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TERRORIST HUNTER Swedish military SKELDAR UAV Helicopter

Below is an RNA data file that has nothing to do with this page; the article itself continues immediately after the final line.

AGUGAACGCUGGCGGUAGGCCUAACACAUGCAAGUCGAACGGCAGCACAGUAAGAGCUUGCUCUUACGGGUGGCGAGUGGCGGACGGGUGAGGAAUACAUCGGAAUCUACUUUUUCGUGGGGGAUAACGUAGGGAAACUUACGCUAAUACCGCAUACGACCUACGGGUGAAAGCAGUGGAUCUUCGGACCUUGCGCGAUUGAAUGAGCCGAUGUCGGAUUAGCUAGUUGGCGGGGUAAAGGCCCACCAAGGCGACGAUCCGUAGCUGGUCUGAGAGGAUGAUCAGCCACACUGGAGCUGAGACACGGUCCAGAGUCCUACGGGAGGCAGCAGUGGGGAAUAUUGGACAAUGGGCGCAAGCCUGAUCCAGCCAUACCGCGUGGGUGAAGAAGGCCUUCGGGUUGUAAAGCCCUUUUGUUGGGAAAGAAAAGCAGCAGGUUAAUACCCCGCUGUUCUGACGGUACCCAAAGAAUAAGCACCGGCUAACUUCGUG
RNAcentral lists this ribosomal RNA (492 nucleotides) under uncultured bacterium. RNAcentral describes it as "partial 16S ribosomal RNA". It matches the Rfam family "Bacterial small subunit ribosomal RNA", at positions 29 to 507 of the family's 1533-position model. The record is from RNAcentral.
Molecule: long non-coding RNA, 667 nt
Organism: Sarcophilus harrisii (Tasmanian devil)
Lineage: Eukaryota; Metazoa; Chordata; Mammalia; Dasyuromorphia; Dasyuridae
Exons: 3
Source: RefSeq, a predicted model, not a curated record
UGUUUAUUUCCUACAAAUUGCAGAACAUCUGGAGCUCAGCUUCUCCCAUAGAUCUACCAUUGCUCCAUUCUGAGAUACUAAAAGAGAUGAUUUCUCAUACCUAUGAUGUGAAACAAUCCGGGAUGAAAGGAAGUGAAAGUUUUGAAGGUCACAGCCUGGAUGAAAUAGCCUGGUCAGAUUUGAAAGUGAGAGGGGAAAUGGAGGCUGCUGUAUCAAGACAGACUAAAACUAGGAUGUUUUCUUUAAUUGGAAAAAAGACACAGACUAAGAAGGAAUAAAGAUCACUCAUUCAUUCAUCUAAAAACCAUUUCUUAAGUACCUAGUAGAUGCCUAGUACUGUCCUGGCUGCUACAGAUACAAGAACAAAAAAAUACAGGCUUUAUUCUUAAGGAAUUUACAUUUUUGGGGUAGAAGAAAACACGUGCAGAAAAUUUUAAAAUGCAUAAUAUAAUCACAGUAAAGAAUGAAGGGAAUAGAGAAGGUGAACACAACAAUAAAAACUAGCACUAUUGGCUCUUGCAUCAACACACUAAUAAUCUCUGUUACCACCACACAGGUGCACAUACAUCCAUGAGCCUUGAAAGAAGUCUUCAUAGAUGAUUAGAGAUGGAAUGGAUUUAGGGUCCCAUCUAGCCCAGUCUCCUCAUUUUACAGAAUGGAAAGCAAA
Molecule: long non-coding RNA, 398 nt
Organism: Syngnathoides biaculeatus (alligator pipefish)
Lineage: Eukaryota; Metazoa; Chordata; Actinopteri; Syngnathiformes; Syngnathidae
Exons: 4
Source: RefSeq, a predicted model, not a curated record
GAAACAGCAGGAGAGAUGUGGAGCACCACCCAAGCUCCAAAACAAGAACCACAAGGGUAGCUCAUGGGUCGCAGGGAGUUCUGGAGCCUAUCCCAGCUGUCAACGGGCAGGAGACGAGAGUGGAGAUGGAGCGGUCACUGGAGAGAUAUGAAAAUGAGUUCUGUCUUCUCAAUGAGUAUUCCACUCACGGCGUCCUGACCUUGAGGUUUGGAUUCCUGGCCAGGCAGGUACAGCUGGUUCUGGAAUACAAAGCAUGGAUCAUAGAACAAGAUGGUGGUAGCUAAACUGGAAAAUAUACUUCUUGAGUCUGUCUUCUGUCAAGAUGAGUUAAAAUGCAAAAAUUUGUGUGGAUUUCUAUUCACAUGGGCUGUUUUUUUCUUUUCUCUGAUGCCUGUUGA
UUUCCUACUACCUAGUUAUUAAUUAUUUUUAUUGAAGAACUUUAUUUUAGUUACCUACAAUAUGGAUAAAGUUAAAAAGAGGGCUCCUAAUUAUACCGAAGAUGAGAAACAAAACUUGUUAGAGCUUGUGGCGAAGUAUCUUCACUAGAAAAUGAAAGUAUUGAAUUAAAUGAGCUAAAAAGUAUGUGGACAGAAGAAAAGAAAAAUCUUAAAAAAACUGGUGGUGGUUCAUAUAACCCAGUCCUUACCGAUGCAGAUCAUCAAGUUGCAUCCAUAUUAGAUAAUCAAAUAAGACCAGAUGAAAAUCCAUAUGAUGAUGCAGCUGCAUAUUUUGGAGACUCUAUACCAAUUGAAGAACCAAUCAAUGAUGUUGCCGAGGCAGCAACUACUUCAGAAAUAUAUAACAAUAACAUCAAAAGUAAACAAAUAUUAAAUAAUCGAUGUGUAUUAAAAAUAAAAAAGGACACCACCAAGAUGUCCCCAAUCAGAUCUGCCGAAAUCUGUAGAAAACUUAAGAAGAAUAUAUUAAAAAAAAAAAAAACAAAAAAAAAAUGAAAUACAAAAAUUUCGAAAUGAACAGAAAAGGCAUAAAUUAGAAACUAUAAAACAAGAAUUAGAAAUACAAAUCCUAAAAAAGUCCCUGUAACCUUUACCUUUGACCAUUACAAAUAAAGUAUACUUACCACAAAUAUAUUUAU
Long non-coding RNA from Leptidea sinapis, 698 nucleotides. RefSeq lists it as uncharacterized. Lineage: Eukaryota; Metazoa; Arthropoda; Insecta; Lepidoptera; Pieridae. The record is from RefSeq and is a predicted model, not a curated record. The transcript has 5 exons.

Another great idea from Saab for the swedish military and NATO members combating terrorists. The Saab Skeldar will provide excellent real time intelligence on the battlefield. Skeldar is a medium range VTOL (Vertical Take Off and Landing) UAV (Unmanned Aerial Vehicle) developed by the Swedish aerospace company Saab. Missions for the Skeldar involves surveillance, intelligence gathering, light cargo transportation and electronic warfare. Development[edit] The Skeldar is a derivate from CybAero’s APID 55 UAV system, development started in 2005.[1] In June 2006 the Skeldar V-150 was unveiled at the Eurosatory exhibition in Paris, France.[2] The Skeldar V-200 is the designation for the developed version of the system.[3] Design[edit] The Skeldar V-200 can take-off and land on an area of 15x15 meters. Take-off and landings can be made autonomously. Skeldar V-200 is modular in the sense that payloads can be changed depending on the mission characteristics, for example it can be equipped with laser pointers, range finders, EO/IR 3D Mapping, a light cargo hook and SIGINT (Signals Intelligence)[4] The Skeldar V-200 can be operated in both in land and naval operations, by 2–4 people. A UAS Control Station can be integrated into a ground-vehicle such as an APC or truck.[5] For naval operations the control station can be integrated into a ships normal operator consoles and combat management systems.[6] In 2009 Saab partnered with Swiss UAV to jointly develop and market three VTOL (Vertical Take Off and Landing) designs: the Skeldar V-200 and Swiss UAV's Neo S-300 and Koax X 240. The three systems can be controlled from a Saab common ground control station.[7] Operators[edit] Spain Spanish Navy on trials Specifications[edit] Source: Saab Skeldar V-200 Technical specifications[8] Length: 4 m Width: 1.2 m Height: 1.3 m Max takeoff weight: 200 kg Max takeoff altitude: 2400 m Payload: 40 kg Maximum speed: 130 km/h Range: 150 km Endurance: 5 hours Power rating: 55 hp Service ceiling: 4500 m Takeoff preparation time: less than 15 min An unmanned aerial vehicle (UAV), commonly known as a drone and also referred to as an unpiloted aerial vehicle and a remotely piloted aircraft (RPA) by the International Civil Aviation Organization (ICAO), is an aircraft without a human pilot aboard. ICAO classify unmanned aircraft into two types under Circular 328 AN/190.[1] Autonomous aircraft Autonomous aircraft are considered to be not suitable for regulation due to legal and liability issues Remotely piloted aircraft Remotely piloted aircraft are subject to civil regulation under ICAO and under the relevant National aviation authority There are many different names for these aircraft. They are called UAS (unpiloted air system), UAV (unpiloted aerial vehicle), RPAS (remote piloted aircraft systems) and model aircraft. It has also become popular to refer to them as drones. Their flight is controlled either autonomously by onboard computers or by the remote control of a pilot on the ground or in another vehicle. The typical launch and recovery method of an unmanned aircraft is by the function of an automatic system or an external operator on the ground.[2] Historically, UAVs were simple remotely piloted aircraft, but autonomous control is increasingly being employed.[3][not in citation given] They are usually deployed for military and special operation applications, but also used in a small but growing number of civil applications, such as policing and firefighting, and nonmilitary security work, such as inspection of power or pipelines. UAVs are often preferred for missions that are too "dull, dirty or dangerous"[4] for manned aircraft. History The idea of a pilotless aircraft is not a new concept. The concept of drones dates back to the mid-1800s, when Austrians sent off unmanned, bomb-filled balloons as a way to attack Venice. The drone seen today started innovation in the early 1900s, and was originally used for target practice to train military personnel. It continued to be developed during World War I, when the Dayton-Wright Airplane Company came up with the a pilotless aerial torpedo that would drop and explode at a particular, preset time.[5] The earliest attempt at a powered unmanned aerial vehicle was A. M. Low's "Aerial Target" of 1916.[6] Nikola Tesla described a fleet of unmanned aerial combat vehicles in 1915.[7] A number of remote-controlled airplane advances followed during and after World War I, including the Hewitt-Sperry Automatic Airplane. The first scale RPV (Remote Piloted Vehicle) was developed by the film star and model airplane enthusiast Reginald Denny in 1935.[6] More were made in the technology rush during World War II; these were used both to train antiaircraft gunners and to fly attack missions. Nazi Germany also produced and used various UAV aircraft during the course of WWII. Jet engines were applied after World War II in such types as the Teledyne Ryan Firebee I of 1951,